Photo/IllutrationHangul characters are visible on the bow of a wooden fishing boat that washed ashore recently along the coast of Kashiwazaki, Niigata Prefecture. (Kanako Tanaka)

Although espionage fears have spread from coastal villages to top government officials, North Korean defectors say that spies from Pyongyang are not hiding aboard the fishing boats that keep washing ashore in northern Japan.

“There is absolutely no possibility that the fishermen are spies,” said a defector who once worked in the office handling fishing operations under the North Korean military.

Dozens of boats apparently from North Korea have been found adrift or shipwrecked near coastal communities, some carrying the bodies of fishermen.

The boats have fueled anxieties stemming from Pyongyang’s ballistic missile launches and threats of military action from the U.S. administration.

Under these circumstances, some local residents fear North Korea is dispatching the fishing boats so that spies can infiltrate Japanese territory.

In a speech on Dec. 9, Chief Cabinet Secretary Yoshihide Suga said about the boats washing ashore, “There is the possibility of various issues arising, such as spies entering the nation.”

However, a defector who worked in North Korean military surveillance until several years ago said such an espionage strategy is outdated.

“Using fishing boats to illegally enter Japan ended about 20 years ago,” the defector said.

Government sources said there has been no evidence from the boats confiscated so far that show any connection with the North Korean military or spying activity.

“There is nothing of particular interest in the fishing equipment on the boats or the crew members,” a high-ranking police official said.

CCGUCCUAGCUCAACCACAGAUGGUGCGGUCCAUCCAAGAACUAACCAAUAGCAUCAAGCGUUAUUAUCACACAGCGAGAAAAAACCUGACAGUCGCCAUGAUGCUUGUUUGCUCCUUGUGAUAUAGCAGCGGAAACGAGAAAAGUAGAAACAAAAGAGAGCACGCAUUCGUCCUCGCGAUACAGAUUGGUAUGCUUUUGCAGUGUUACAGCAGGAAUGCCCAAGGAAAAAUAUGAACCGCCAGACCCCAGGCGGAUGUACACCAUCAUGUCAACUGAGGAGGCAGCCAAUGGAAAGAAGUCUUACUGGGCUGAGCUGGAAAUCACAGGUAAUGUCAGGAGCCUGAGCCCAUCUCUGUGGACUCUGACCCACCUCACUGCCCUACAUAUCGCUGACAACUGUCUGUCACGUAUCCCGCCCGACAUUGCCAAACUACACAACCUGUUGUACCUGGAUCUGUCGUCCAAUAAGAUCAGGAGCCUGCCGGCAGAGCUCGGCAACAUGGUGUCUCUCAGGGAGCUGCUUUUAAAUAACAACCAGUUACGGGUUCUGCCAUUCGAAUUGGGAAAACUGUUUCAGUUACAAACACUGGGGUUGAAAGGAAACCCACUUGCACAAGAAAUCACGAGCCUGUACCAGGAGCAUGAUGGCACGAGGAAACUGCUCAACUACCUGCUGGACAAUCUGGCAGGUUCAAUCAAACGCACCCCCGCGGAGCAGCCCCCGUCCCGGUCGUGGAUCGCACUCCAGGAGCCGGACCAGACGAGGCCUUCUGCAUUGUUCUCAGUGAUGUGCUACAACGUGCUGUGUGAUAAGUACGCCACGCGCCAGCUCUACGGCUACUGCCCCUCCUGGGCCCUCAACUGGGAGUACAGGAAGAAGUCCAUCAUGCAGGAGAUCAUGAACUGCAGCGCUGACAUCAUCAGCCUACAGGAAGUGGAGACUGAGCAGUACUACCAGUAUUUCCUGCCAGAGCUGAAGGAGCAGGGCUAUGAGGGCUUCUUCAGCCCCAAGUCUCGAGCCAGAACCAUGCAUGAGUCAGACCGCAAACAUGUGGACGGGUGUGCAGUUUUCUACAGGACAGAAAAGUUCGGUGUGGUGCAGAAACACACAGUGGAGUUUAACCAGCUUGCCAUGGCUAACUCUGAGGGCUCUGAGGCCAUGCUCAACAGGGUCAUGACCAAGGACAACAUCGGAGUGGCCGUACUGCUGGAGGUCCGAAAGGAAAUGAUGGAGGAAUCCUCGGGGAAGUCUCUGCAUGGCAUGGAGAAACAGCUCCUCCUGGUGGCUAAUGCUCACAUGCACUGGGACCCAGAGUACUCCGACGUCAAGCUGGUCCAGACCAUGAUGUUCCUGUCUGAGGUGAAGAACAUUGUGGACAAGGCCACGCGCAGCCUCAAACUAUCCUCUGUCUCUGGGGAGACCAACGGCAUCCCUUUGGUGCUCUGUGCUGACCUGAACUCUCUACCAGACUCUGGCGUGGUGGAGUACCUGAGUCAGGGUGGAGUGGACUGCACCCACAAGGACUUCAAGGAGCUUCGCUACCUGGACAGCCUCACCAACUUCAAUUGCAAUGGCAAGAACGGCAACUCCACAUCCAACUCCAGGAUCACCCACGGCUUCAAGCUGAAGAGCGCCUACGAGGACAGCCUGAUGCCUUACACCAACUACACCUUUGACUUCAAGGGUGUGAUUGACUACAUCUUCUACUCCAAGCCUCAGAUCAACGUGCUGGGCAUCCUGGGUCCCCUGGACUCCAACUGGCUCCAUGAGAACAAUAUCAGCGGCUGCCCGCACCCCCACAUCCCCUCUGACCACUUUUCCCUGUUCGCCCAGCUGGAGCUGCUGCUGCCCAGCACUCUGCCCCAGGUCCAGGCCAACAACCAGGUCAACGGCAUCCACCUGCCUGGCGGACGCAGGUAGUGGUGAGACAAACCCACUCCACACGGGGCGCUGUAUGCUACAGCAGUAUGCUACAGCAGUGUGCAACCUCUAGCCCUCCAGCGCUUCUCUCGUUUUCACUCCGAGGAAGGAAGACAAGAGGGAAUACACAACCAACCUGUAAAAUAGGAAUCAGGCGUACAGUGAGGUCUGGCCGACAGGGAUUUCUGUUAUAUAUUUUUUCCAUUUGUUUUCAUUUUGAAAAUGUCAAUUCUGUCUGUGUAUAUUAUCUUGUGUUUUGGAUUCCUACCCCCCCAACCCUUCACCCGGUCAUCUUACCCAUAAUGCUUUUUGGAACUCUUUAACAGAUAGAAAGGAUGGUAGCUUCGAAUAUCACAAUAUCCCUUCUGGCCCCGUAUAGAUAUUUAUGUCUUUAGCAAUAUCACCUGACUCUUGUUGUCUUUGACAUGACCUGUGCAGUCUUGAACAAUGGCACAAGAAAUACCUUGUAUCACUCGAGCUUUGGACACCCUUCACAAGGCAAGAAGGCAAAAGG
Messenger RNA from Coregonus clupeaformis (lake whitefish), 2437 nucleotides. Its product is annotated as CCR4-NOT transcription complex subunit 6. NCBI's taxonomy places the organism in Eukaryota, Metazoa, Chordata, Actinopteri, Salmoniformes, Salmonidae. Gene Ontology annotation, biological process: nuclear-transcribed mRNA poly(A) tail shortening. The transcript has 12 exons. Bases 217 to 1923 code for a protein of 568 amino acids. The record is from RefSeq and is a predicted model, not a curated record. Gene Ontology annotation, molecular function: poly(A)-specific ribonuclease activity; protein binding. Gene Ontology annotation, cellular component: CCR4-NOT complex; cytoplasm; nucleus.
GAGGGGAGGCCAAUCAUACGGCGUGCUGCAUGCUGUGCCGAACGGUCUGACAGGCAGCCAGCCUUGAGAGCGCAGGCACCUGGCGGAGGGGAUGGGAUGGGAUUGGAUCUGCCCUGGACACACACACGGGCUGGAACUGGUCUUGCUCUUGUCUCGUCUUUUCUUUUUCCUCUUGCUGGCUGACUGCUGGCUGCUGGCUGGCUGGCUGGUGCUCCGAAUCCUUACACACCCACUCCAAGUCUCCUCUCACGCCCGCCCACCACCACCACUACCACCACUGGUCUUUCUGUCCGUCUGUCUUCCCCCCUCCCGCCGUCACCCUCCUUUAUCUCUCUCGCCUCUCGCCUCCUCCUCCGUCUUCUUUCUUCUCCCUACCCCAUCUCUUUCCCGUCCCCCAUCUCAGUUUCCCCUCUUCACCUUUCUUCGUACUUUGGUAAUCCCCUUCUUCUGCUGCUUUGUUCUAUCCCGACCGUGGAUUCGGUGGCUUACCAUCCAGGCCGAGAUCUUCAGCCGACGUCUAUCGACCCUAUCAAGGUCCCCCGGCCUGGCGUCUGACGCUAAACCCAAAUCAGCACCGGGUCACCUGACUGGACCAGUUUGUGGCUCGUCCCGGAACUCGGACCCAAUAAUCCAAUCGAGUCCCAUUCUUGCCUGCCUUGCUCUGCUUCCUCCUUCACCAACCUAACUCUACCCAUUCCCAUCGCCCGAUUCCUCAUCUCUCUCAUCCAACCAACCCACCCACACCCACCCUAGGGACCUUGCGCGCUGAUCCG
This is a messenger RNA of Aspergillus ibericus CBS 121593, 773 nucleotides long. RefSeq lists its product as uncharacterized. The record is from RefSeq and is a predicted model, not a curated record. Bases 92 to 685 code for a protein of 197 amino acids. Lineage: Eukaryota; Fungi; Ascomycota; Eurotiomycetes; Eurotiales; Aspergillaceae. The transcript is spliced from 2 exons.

The fishing boats may have more to do with the North Korean regime’s desperation for funds and goods to counter the tightening economic sanctions imposed over its ballistic missile launches and nuclear tests.

An editorial that appeared on the website of the Rodong Sinmun, the official organ of the Workers’ Party of Korea, mentioned the importance of the fishing industry. The editorial was dated Nov. 7, the start of the winter fishing season in the Sea of Japan.

“Today, when anti-North Korean schemes by adversarial elements have reached an extreme level, fishing boats are military vessels protecting our homeland and people, and their catches are the bullets and bombs to be sent to the military and people as they rise up in a campaign to protect socialism,” the editorial said.

The defector who once worked in the office handling fishing operations said people in North Korea’s fishing industry are discussing reports about large numbers of North Korean fishing boats washing ashore in Japan.

“Those wooden boats have engines with weak horsepower, so they are prone to malfunctions and sinking when the weather is bad,” the defector said, adding that little has been done to identify the bodies found on the boats or on the shores.

However, the fishermen have no choice but to set sail in bad weather because North Korean leader Kim Jong Un repeatedly stressed the importance of “self-rehabilitation” in dealing with the effects of the economic sanctions at an October party gathering and on other occasions.

The fishing industry is expected to pass along some of its earnings to the upper echelons of the state.

The fishing boats are, in principle, operated by individuals who must give part of their earnings after paying for fuel and the food eaten by crew members.

The military department in charge of logistics hires individuals from the private sector to handle the fishing operations, and the earnings are used for military activities.

One boat that washed ashore on Matsumaekojima island off Hokkaido had a metal plate showing that it belonged to a North Korean military unit.

Sources said it is not unusual for boat owners to register their boats with the military or police organizations to avoid crackdowns by those agencies.

(This article was written by Yoshihiro Makino in Seoul and Shimpachi Yoshida, a senior staff writer in Tokyo.)